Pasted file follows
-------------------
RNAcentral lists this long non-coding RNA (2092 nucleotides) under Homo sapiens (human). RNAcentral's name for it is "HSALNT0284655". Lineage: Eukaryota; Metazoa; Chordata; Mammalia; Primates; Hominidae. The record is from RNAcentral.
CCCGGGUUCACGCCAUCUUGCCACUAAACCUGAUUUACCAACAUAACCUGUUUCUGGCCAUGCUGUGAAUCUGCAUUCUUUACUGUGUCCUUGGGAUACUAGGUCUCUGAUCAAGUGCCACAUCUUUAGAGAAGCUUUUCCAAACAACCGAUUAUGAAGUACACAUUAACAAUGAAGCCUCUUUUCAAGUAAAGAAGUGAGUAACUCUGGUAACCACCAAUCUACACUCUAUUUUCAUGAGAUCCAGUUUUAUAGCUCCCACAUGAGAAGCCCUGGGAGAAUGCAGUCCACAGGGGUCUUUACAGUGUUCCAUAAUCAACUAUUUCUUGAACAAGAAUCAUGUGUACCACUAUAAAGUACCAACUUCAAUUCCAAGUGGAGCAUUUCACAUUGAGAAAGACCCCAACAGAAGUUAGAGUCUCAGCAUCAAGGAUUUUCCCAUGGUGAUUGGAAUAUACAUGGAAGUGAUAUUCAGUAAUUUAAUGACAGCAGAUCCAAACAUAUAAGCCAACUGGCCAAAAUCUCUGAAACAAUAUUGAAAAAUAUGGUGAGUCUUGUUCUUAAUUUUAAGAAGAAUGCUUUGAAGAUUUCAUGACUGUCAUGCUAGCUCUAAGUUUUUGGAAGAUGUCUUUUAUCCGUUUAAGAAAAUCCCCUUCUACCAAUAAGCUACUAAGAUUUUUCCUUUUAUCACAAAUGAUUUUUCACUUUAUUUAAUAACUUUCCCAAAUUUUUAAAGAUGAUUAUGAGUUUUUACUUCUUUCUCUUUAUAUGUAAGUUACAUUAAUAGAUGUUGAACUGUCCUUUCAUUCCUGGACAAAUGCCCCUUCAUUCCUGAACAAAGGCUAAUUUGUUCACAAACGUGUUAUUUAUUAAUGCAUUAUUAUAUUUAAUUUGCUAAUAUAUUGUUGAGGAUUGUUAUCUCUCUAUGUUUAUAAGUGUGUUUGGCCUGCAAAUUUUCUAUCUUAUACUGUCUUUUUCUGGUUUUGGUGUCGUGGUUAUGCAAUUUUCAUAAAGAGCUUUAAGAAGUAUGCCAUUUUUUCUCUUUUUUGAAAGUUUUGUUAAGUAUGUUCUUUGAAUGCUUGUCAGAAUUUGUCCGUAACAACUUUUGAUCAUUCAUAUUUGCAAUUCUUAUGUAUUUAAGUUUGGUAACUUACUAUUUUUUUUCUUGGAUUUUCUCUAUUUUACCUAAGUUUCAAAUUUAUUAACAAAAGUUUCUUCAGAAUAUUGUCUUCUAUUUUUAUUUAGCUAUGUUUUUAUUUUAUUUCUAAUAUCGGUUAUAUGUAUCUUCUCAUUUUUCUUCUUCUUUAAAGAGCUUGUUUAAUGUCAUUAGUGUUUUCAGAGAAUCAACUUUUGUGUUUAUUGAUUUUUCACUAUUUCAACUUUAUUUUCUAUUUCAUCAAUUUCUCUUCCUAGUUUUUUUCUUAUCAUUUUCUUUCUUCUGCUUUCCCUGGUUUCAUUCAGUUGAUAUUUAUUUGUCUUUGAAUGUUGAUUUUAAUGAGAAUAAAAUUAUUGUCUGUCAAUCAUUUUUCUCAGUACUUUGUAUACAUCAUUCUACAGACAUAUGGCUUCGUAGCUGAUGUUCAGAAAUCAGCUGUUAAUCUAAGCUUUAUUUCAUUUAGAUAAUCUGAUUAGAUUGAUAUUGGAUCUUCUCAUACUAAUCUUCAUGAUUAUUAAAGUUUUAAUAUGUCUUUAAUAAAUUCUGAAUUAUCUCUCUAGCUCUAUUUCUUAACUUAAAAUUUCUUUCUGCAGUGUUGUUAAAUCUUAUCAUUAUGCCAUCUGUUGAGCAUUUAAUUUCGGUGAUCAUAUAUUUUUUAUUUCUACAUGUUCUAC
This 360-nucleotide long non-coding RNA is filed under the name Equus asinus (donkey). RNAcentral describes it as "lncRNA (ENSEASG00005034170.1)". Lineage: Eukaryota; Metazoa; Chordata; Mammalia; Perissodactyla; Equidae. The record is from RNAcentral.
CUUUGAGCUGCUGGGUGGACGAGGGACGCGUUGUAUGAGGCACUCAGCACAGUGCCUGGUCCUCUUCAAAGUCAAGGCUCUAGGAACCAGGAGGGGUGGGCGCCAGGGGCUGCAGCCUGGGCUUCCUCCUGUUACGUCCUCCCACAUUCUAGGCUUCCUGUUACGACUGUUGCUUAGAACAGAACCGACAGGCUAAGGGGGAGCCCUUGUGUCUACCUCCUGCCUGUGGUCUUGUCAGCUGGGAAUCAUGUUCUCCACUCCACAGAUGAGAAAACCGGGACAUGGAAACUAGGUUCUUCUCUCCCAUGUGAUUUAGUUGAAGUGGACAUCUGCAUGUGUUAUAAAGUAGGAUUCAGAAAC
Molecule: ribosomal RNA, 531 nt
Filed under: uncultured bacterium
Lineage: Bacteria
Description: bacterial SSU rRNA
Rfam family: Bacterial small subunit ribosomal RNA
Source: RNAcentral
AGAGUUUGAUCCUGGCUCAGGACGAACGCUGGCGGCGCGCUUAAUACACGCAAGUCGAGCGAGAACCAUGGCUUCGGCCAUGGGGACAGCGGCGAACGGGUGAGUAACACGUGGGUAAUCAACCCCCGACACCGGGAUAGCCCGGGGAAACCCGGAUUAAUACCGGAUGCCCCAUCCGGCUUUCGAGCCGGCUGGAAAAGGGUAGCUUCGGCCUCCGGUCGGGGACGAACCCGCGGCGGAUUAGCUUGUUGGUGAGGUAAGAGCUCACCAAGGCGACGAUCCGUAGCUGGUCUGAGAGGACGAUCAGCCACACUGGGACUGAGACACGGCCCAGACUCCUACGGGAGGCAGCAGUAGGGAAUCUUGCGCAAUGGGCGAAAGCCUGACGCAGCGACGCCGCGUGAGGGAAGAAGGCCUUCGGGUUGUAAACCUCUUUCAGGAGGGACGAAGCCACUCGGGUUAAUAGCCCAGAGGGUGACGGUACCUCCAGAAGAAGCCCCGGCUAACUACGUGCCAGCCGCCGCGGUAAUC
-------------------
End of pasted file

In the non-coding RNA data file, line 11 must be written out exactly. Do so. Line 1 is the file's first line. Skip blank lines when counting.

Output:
AGAGUUUGAUCCUGGCUCAGGACGAACGCUGGCGGCGCGCUUAAUACACGCAAGUCGAGCGAGAACCAUGGCUUCGGCCAUGGGGACAGCGGCGAACGGGUGAGUAACACGUGGGUAAUCAACCCCCGACACCGGGAUAGCCCGGGGAAACCCGGAUUAAUACCGGAUGCCCCAUCCGGCUUUCGAGCCGGCUGGAAAAGGGUAGCUUCGGCCUCCGGUCGGGGACGAACCCGCGGCGGAUUAGCUUGUUGGUGAGGUAAGAGCUCACCAAGGCGACGAUCCGUAGCUGGUCUGAGAGGACGAUCAGCCACACUGGGACUGAGACACGGCCCAGACUCCUACGGGAGGCAGCAGUAGGGAAUCUUGCGCAAUGGGCGAAAGCCUGACGCAGCGACGCCGCGUGAGGGAAGAAGGCCUUCGGGUUGUAAACCUCUUUCAGGAGGGACGAAGCCACUCGGGUUAAUAGCCCAGAGGGUGACGGUACCUCCAGAAGAAGCCCCGGCUAACUACGUGCCAGCCGCCGCGGUAAUC